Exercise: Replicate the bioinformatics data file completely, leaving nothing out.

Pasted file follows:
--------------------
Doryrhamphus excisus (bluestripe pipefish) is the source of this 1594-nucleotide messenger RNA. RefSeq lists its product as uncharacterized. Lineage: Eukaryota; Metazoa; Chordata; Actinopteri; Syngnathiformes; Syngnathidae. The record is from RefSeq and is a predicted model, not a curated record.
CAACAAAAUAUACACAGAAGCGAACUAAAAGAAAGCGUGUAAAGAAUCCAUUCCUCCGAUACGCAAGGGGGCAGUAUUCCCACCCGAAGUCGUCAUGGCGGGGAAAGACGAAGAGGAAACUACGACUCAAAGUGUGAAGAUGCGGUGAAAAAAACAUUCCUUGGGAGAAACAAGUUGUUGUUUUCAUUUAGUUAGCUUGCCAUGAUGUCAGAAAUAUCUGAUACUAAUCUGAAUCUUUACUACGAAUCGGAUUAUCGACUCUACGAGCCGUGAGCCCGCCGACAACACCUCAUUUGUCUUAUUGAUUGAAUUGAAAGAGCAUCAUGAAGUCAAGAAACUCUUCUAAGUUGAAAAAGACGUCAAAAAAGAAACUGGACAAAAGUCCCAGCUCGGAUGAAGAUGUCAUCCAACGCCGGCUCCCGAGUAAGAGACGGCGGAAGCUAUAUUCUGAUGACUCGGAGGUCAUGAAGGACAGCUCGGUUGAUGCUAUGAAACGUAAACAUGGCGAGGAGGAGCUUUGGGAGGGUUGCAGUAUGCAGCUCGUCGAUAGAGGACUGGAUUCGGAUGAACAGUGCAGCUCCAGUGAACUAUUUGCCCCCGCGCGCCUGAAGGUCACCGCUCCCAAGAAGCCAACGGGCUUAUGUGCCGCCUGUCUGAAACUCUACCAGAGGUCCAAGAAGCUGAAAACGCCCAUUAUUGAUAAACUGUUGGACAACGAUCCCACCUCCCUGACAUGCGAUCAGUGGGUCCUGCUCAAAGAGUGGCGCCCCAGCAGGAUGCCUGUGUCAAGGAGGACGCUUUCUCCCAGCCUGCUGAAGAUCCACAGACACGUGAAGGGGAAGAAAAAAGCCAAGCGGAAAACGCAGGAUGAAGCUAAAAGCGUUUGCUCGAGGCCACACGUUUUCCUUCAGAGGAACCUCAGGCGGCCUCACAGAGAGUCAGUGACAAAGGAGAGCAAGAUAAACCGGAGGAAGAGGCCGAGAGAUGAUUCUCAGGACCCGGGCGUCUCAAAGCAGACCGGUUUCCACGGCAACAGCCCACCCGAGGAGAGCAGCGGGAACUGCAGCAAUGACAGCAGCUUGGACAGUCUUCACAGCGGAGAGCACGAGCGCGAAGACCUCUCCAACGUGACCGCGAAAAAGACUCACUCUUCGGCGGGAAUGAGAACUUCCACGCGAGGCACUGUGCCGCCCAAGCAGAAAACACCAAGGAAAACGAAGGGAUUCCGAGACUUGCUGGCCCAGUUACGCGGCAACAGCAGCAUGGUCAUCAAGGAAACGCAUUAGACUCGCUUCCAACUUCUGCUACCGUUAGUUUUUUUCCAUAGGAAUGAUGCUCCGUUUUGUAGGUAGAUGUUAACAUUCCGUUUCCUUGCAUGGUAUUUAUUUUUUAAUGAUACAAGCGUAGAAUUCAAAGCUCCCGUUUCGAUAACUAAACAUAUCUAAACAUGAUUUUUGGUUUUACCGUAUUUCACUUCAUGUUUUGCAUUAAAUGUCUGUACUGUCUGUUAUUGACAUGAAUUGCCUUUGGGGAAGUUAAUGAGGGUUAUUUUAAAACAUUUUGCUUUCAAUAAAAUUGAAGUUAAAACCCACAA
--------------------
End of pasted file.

Doryrhamphus excisus (bluestripe pipefish) is the source of this 1594-nucleotide messenger RNA. RefSeq lists its product as uncharacterized. Lineage: Eukaryota; Metazoa; Chordata; Actinopteri; Syngnathiformes; Syngnathidae. The record is from RefSeq and is a predicted model, not a curated record.
CAACAAAAUAUACACAGAAGCGAACUAAAAGAAAGCGUGUAAAGAAUCCAUUCCUCCGAUACGCAAGGGGGCAGUAUUCCCACCCGAAGUCGUCAUGGCGGGGAAAGACGAAGAGGAAACUACGACUCAAAGUGUGAAGAUGCGGUGAAAAAAACAUUCCUUGGGAGAAACAAGUUGUUGUUUUCAUUUAGUUAGCUUGCCAUGAUGUCAGAAAUAUCUGAUACUAAUCUGAAUCUUUACUACGAAUCGGAUUAUCGACUCUACGAGCCGUGAGCCCGCCGACAACACCUCAUUUGUCUUAUUGAUUGAAUUGAAAGAGCAUCAUGAAGUCAAGAAACUCUUCUAAGUUGAAAAAGACGUCAAAAAAGAAACUGGACAAAAGUCCCAGCUCGGAUGAAGAUGUCAUCCAACGCCGGCUCCCGAGUAAGAGACGGCGGAAGCUAUAUUCUGAUGACUCGGAGGUCAUGAAGGACAGCUCGGUUGAUGCUAUGAAACGUAAACAUGGCGAGGAGGAGCUUUGGGAGGGUUGCAGUAUGCAGCUCGUCGAUAGAGGACUGGAUUCGGAUGAACAGUGCAGCUCCAGUGAACUAUUUGCCCCCGCGCGCCUGAAGGUCACCGCUCCCAAGAAGCCAACGGGCUUAUGUGCCGCCUGUCUGAAACUCUACCAGAGGUCCAAGAAGCUGAAAACGCCCAUUAUUGAUAAACUGUUGGACAACGAUCCCACCUCCCUGACAUGCGAUCAGUGGGUCCUGCUCAAAGAGUGGCGCCCCAGCAGGAUGCCUGUGUCAAGGAGGACGCUUUCUCCCAGCCUGCUGAAGAUCCACAGACACGUGAAGGGGAAGAAAAAAGCCAAGCGGAAAACGCAGGAUGAAGCUAAAAGCGUUUGCUCGAGGCCACACGUUUUCCUUCAGAGGAACCUCAGGCGGCCUCACAGAGAGUCAGUGACAAAGGAGAGCAAGAUAAACCGGAGGAAGAGGCCGAGAGAUGAUUCUCAGGACCCGGGCGUCUCAAAGCAGACCGGUUUCCACGGCAACAGCCCACCCGAGGAGAGCAGCGGGAACUGCAGCAAUGACAGCAGCUUGGACAGUCUUCACAGCGGAGAGCACGAGCGCGAAGACCUCUCCAACGUGACCGCGAAAAAGACUCACUCUUCGGCGGGAAUGAGAACUUCCACGCGAGGCACUGUGCCGCCCAAGCAGAAAACACCAAGGAAAACGAAGGGAUUCCGAGACUUGCUGGCCCAGUUACGCGGCAACAGCAGCAUGGUCAUCAAGGAAACGCAUUAGACUCGCUUCCAACUUCUGCUACCGUUAGUUUUUUUCCAUAGGAAUGAUGCUCCGUUUUGUAGGUAGAUGUUAACAUUCCGUUUCCUUGCAUGGUAUUUAUUUUUUAAUGAUACAAGCGUAGAAUUCAAAGCUCCCGUUUCGAUAACUAAACAUAUCUAAACAUGAUUUUUGGUUUUACCGUAUUUCACUUCAUGUUUUGCAUUAAAUGUCUGUACUGUCUGUUAUUGACAUGAAUUGCCUUUGGGGAAGUUAAUGAGGGUUAUUUUAAAACAUUUUGCUUUCAAUAAAAUUGAAGUUAAAACCCACAA